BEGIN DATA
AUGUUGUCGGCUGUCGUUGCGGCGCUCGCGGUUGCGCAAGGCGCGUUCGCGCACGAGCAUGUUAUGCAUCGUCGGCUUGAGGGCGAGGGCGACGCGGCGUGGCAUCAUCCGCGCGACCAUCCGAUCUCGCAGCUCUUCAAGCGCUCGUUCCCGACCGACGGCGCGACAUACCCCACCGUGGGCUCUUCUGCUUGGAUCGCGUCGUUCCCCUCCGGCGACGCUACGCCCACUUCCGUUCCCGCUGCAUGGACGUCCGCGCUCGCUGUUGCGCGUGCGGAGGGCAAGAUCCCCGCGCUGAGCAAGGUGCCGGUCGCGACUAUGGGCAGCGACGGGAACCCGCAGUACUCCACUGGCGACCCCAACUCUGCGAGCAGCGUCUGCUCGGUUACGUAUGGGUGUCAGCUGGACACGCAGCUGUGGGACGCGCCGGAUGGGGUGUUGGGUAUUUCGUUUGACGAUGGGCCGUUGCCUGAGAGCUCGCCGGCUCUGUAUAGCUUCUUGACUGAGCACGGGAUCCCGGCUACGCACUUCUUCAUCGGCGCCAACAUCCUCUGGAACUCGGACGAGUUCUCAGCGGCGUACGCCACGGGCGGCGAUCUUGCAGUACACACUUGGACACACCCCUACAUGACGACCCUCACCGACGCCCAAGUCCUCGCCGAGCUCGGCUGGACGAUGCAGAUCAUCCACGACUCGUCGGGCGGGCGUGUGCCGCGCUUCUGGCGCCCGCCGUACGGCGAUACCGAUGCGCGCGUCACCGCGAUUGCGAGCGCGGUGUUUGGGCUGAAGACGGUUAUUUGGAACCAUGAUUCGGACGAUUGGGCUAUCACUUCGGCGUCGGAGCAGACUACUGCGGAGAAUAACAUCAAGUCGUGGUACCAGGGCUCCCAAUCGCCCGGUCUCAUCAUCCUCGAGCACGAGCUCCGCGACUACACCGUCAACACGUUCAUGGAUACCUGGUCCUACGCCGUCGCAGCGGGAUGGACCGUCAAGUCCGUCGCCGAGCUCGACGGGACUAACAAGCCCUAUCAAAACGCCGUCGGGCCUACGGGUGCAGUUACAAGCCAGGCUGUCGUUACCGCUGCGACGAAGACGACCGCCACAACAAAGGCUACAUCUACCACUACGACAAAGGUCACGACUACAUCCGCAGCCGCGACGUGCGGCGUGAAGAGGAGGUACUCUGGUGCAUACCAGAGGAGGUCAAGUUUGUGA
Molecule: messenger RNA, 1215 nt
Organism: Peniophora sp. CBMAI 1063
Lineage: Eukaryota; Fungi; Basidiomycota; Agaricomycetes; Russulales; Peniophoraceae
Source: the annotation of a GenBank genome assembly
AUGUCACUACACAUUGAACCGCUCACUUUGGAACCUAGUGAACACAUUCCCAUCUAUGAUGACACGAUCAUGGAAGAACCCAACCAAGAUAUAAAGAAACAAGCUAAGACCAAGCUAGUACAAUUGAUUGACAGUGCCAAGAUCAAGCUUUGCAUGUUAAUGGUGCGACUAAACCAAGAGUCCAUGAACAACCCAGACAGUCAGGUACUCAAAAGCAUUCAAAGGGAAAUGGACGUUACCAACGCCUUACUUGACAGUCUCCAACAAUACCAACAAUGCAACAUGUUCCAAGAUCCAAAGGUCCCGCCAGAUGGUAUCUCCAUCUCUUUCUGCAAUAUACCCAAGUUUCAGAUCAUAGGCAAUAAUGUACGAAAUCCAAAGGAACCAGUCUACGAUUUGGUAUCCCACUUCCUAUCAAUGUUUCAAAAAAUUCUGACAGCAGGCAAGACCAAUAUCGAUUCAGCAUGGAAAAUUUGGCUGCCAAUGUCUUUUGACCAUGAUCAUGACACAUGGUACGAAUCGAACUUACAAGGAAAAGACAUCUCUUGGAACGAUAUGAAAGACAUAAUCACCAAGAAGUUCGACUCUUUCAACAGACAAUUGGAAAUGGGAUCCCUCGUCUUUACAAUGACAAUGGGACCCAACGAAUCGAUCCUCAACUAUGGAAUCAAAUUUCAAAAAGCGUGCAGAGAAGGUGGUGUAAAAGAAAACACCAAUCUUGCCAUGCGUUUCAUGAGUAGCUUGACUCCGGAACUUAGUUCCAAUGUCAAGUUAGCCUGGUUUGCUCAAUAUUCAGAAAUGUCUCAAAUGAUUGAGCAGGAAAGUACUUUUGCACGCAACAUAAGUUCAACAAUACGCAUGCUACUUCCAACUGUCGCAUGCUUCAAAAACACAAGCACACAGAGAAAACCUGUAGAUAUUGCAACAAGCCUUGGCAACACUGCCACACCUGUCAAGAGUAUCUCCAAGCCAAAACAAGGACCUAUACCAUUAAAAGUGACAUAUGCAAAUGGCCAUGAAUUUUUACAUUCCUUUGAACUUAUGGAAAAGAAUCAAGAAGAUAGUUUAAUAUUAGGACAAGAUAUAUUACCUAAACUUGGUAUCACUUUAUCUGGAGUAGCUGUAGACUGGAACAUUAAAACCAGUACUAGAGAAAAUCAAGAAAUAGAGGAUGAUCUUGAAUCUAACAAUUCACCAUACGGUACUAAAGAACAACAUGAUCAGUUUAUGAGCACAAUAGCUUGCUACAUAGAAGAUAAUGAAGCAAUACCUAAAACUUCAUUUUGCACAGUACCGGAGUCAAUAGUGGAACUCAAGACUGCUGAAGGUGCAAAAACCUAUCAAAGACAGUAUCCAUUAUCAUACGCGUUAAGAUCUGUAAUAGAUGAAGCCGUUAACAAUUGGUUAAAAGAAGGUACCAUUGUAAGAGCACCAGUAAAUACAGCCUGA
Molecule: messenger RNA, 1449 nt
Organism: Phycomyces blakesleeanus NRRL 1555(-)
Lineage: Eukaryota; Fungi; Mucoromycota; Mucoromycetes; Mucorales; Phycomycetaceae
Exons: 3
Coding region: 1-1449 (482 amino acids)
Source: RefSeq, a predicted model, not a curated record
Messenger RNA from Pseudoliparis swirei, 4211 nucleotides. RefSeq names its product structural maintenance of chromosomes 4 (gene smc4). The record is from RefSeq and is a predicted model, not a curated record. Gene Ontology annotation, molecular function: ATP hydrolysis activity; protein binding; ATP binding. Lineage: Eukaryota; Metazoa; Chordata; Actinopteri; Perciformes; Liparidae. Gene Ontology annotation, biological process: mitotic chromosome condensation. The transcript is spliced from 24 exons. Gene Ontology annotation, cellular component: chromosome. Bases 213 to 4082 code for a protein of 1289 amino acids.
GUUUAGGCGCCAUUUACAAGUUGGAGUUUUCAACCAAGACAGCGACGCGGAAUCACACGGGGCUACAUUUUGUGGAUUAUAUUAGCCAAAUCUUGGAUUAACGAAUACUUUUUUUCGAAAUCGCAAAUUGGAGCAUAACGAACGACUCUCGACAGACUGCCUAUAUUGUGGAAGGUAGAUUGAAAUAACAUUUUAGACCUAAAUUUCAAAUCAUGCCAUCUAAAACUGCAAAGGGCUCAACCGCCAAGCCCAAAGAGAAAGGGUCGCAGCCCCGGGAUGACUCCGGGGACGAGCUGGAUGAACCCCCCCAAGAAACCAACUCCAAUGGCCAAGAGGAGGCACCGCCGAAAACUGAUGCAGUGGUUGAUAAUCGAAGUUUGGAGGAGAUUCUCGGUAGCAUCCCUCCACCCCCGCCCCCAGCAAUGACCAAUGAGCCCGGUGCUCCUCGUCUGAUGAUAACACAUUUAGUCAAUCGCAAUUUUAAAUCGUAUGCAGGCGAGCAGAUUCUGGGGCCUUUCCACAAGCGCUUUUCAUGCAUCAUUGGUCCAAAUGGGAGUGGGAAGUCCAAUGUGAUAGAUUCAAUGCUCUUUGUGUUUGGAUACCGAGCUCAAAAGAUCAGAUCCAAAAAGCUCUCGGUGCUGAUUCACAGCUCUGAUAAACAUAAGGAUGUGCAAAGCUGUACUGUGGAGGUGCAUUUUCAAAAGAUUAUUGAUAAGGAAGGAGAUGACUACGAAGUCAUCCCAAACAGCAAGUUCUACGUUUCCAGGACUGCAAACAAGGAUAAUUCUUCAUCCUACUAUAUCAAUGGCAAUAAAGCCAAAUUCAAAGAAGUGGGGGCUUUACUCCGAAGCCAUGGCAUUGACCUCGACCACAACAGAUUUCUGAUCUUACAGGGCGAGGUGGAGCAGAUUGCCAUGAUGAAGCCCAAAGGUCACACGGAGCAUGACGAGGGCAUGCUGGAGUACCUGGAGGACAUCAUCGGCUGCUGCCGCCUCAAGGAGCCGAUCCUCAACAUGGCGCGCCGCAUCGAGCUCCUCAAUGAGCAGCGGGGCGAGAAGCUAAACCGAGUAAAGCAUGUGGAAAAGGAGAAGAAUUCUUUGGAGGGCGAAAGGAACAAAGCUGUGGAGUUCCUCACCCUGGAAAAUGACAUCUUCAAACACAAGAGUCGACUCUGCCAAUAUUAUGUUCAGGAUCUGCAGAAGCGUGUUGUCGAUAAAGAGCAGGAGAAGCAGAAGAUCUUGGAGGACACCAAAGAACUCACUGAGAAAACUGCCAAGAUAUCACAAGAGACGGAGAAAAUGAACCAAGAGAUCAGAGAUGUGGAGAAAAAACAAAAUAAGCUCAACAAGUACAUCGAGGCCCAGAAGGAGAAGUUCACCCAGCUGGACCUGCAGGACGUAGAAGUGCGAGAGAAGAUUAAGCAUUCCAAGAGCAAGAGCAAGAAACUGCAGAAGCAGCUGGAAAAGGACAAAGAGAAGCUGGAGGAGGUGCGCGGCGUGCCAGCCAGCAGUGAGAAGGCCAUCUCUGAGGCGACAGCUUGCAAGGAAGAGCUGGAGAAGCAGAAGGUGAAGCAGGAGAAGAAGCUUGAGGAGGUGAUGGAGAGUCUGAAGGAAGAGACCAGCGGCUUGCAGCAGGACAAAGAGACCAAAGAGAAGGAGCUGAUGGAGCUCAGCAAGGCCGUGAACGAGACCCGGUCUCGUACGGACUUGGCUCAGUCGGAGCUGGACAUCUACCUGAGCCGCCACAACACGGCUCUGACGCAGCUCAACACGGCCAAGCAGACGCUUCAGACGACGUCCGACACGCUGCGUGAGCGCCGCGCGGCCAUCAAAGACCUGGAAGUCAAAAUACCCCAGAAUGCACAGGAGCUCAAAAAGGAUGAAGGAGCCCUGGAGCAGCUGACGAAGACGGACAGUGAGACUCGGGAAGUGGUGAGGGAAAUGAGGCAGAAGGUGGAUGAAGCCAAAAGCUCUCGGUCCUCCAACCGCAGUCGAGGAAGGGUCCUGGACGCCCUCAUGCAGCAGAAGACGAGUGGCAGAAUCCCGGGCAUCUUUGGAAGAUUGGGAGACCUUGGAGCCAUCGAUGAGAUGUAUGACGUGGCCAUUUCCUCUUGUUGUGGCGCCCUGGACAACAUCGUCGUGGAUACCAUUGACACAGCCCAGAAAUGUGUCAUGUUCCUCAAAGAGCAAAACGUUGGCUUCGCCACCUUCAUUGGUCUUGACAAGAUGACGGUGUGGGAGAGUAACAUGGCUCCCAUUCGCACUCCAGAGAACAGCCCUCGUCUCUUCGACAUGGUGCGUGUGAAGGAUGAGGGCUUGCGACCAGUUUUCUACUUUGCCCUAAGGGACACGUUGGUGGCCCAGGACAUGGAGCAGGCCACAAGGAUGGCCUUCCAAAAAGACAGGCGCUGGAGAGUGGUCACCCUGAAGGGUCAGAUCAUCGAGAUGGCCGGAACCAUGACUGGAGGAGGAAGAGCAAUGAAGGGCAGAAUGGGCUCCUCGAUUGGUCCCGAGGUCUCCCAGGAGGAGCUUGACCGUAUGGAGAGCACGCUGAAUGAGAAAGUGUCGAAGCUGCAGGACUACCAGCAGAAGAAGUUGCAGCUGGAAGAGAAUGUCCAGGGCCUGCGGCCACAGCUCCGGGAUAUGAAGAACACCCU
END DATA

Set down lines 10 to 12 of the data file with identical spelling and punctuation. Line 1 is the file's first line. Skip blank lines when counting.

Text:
Exons: 3
Coding region: 1-1449 (482 amino acids)
Source: RefSeq, a predicted model, not a curated record